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The Spirit of King Hamlet In the play Hamlet by William Shakespeare, Hamlet's attitude toward the ghost changed with his new experiences throughout the play. His initial reaction was to agree with what the ghost had asked him to do. As the play progressed, Hamlet began to have second thoughts about the ghost's request. Finally after a great deal of contemplation, Hamlet recognized that the ghost's desires were realistic. Hamlet acted upon his initial reactions. The ghost directed and guided Hamlet's thoughts and behaviors.

It is important to keep in mind that seventeenth century England had strong beliefs in ghosts. Ghosts were common figures in Elizabethan plays. This is why a differentiation must be made between the "good"� ghost and the "bad"� ghost. There are those that are honest and others that are the devil that take on the likeness of someone who has passed on. "The spirit that I have seen/ May be a [dev'l], and the [dev'l] hath the power/ T'assume a pleasing shape"¦"� (3.1.78-80).

When Hamlet encountered the ghost he was unsure whether or not the ghost could be trusted. This affects his judgment at numerous points in the play. For example, "Bring with thee airs from heaven, or blasts from hell,"� (1.4.41). Although the ghost looks like the late King Hamlet dressed in the armor he wore in the battle against Norway he is hesitant to trust the ghost it. Hamlet knew that if the ghost was the late king he would trust it and act on his requests. But, if the ghost was the devil Hamlet must not fall prey to the ghost's manipulations. He should trust his own instincts and act on his own beliefs.

The ghost tries to assure Hamlet that he is the ghost of his father. He told Hamlet that Claudius poisoned him by pouring poison in his ear while he was asleep in the orchard. " The serpent that did sting thy father's life/ Now wears his crown."� (1.5.38-39). The ghost of King Hamlet asked Hamlet to "Revenge his foul and most unnatural murther."� (1.5. 25) By avenging his murder the ghost asked Hamlet to kill King Claudius. The ghost of his father asking him to complete this task faced hamlet with many moral dilemmas. Killing King Claudius would mean Hamlet would be committing regicide, which is one of the worst crimes during this era. He would also be killing kin. People of royalty were believed to be appointed by G-d. The ghost asked Hamlet to commit the same crime as Claudius.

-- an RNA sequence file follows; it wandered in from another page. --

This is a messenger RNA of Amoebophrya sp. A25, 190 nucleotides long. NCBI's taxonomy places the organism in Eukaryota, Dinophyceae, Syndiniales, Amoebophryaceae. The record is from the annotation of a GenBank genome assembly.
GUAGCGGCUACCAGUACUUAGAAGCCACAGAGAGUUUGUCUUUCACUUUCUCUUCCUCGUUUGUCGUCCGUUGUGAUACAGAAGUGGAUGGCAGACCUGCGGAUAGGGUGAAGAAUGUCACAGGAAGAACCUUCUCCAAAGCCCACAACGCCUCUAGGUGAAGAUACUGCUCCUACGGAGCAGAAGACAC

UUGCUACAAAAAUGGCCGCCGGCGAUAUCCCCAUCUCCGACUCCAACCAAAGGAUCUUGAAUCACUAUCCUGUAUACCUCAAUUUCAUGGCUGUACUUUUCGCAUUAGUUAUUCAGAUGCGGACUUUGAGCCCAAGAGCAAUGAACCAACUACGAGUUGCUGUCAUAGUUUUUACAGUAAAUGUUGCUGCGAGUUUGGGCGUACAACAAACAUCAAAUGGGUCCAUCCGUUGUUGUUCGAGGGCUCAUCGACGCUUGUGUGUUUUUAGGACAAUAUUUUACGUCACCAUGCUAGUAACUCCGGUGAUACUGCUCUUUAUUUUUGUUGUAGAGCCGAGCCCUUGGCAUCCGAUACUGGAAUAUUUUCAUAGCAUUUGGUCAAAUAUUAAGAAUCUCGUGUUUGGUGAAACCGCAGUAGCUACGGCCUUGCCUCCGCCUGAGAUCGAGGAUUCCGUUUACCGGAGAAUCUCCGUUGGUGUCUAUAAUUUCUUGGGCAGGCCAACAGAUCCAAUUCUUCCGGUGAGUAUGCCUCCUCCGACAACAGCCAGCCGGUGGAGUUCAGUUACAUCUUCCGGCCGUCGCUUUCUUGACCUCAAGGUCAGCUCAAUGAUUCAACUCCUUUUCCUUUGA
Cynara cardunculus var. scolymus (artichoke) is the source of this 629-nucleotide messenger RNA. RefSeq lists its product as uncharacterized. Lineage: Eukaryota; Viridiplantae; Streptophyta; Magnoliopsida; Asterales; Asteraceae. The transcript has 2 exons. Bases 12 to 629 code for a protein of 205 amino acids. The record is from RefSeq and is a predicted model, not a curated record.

Hamlet thought about the ghost's request to kill King Claudius before acting. He hesitated because he was not sure if he could trust the ghost. He still had a feeling that it could be the devil acting as the ghost of his father. As the ghost vanished he seemed to be devoted to completing the tasks set for him by his father. After thinking things through it seemed as if he begun to regret the obligations that he made to his father.

It is difficult to definitely distinguish whether the ghost was good or bad. When the ghost asked Hamlet to kill King Claudius, he may have been helping Hamlet realize by carrying out this act he was avenging his father's death (which was common during this period of time). However, its hard to believe that Hamlets father wanted him to commit regicide and kill kin which was the same crime committed by Claudius.

The ghost also asked Hamlet to remember him. "Hamlet had promised the ghost to remember him, letting his father's commandment live all alone within his brain"¦"� (Adelman in Wofford 257) There is the theory that Hamlet and the two guards created the ghost because they were upset with the order in Denmark. The ghost "is a cultural marker of absence, a reminder of loss."� (Garber in Wofford 300). Perhaps, the ghost was a figment of Hamlet's imagination, a constant reminder of his father. It seemed like every time Hamlet forgot what his propose of his task, the ghost would reappear. The ghost seemed to serve as a cue to stay on task. Based on these theories Hamlet acted appropriately.